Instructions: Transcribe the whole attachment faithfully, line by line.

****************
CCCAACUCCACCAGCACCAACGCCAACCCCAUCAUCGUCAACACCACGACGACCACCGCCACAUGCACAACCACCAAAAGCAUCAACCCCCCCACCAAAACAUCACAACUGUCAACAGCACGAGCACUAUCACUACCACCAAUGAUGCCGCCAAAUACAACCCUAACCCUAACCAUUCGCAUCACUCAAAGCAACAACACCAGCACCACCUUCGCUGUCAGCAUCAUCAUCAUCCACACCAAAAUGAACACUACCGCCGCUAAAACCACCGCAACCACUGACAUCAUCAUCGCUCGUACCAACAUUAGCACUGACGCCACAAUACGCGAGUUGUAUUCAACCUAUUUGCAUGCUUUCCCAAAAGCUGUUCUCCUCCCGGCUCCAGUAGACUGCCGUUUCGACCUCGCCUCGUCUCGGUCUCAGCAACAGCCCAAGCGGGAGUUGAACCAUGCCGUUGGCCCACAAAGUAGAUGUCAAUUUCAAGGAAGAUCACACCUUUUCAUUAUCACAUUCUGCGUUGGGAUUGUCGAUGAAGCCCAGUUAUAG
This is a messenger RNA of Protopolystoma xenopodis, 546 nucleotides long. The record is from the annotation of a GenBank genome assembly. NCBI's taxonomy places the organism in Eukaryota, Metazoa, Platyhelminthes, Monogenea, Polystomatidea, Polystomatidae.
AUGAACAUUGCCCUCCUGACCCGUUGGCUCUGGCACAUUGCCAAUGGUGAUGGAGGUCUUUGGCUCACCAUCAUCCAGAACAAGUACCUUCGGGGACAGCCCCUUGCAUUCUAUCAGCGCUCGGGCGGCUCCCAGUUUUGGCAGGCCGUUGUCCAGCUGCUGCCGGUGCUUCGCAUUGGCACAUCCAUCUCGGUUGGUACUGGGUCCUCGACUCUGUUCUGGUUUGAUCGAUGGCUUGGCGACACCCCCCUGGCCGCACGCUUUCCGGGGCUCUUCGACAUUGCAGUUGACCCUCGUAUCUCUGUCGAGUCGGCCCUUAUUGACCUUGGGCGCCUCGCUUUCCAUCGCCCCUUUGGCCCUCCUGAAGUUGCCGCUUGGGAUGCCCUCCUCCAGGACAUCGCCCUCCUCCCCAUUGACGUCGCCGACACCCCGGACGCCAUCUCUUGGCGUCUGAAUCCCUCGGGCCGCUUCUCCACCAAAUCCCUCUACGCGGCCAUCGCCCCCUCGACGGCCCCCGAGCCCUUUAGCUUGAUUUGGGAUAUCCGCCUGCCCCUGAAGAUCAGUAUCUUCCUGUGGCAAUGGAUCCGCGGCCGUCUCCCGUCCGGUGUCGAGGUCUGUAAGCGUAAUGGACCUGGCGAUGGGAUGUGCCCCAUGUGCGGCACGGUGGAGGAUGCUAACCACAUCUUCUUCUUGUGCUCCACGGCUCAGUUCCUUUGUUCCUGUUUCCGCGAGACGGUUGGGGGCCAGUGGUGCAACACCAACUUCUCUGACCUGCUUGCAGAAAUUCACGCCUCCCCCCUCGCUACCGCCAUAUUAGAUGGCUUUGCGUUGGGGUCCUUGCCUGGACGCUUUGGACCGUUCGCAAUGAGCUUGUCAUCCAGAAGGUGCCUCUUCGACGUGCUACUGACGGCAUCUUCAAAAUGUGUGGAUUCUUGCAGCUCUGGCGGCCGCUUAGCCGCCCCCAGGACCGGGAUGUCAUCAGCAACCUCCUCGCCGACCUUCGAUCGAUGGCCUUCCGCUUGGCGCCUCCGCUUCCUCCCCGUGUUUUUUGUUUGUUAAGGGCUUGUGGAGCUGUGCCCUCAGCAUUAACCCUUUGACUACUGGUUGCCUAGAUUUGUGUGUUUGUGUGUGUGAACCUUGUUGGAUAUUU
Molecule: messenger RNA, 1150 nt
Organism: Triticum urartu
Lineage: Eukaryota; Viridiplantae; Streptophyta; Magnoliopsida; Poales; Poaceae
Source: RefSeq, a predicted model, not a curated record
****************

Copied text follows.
CCCAACUCCACCAGCACCAACGCCAACCCCAUCAUCGUCAACACCACGACGACCACCGCCACAUGCACAACCACCAAAAGCAUCAACCCCCCCACCAAAACAUCACAACUGUCAACAGCACGAGCACUAUCACUACCACCAAUGAUGCCGCCAAAUACAACCCUAACCCUAACCAUUCGCAUCACUCAAAGCAACAACACCAGCACCACCUUCGCUGUCAGCAUCAUCAUCAUCCACACCAAAAUGAACACUACCGCCGCUAAAACCACCGCAACCACUGACAUCAUCAUCGCUCGUACCAACAUUAGCACUGACGCCACAAUACGCGAGUUGUAUUCAACCUAUUUGCAUGCUUUCCCAAAAGCUGUUCUCCUCCCGGCUCCAGUAGACUGCCGUUUCGACCUCGCCUCGUCUCGGUCUCAGCAACAGCCCAAGCGGGAGUUGAACCAUGCCGUUGGCCCACAAAGUAGAUGUCAAUUUCAAGGAAGAUCACACCUUUUCAUUAUCACAUUCUGCGUUGGGAUUGUCGAUGAAGCCCAGUUAUAG
This is a messenger RNA of Protopolystoma xenopodis, 546 nucleotides long. The record is from the annotation of a GenBank genome assembly. NCBI's taxonomy places the organism in Eukaryota, Metazoa, Platyhelminthes, Monogenea, Polystomatidea, Polystomatidae.
AUGAACAUUGCCCUCCUGACCCGUUGGCUCUGGCACAUUGCCAAUGGUGAUGGAGGUCUUUGGCUCACCAUCAUCCAGAACAAGUACCUUCGGGGACAGCCCCUUGCAUUCUAUCAGCGCUCGGGCGGCUCCCAGUUUUGGCAGGCCGUUGUCCAGCUGCUGCCGGUGCUUCGCAUUGGCACAUCCAUCUCGGUUGGUACUGGGUCCUCGACUCUGUUCUGGUUUGAUCGAUGGCUUGGCGACACCCCCCUGGCCGCACGCUUUCCGGGGCUCUUCGACAUUGCAGUUGACCCUCGUAUCUCUGUCGAGUCGGCCCUUAUUGACCUUGGGCGCCUCGCUUUCCAUCGCCCCUUUGGCCCUCCUGAAGUUGCCGCUUGGGAUGCCCUCCUCCAGGACAUCGCCCUCCUCCCCAUUGACGUCGCCGACACCCCGGACGCCAUCUCUUGGCGUCUGAAUCCCUCGGGCCGCUUCUCCACCAAAUCCCUCUACGCGGCCAUCGCCCCCUCGACGGCCCCCGAGCCCUUUAGCUUGAUUUGGGAUAUCCGCCUGCCCCUGAAGAUCAGUAUCUUCCUGUGGCAAUGGAUCCGCGGCCGUCUCCCGUCCGGUGUCGAGGUCUGUAAGCGUAAUGGACCUGGCGAUGGGAUGUGCCCCAUGUGCGGCACGGUGGAGGAUGCUAACCACAUCUUCUUCUUGUGCUCCACGGCUCAGUUCCUUUGUUCCUGUUUCCGCGAGACGGUUGGGGGCCAGUGGUGCAACACCAACUUCUCUGACCUGCUUGCAGAAAUUCACGCCUCCCCCCUCGCUACCGCCAUAUUAGAUGGCUUUGCGUUGGGGUCCUUGCCUGGACGCUUUGGACCGUUCGCAAUGAGCUUGUCAUCCAGAAGGUGCCUCUUCGACGUGCUACUGACGGCAUCUUCAAAAUGUGUGGAUUCUUGCAGCUCUGGCGGCCGCUUAGCCGCCCCCAGGACCGGGAUGUCAUCAGCAACCUCCUCGCCGACCUUCGAUCGAUGGCCUUCCGCUUGGCGCCUCCGCUUCCUCCCCGUGUUUUUUGUUUGUUAAGGGCUUGUGGAGCUGUGCCCUCAGCAUUAACCCUUUGACUACUGGUUGCCUAGAUUUGUGUGUUUGUGUGUGUGAACCUUGUUGGAUAUUU
Molecule: messenger RNA, 1150 nt
Organism: Triticum urartu
Lineage: Eukaryota; Viridiplantae; Streptophyta; Magnoliopsida; Poales; Poaceae
Source: RefSeq, a predicted model, not a curated record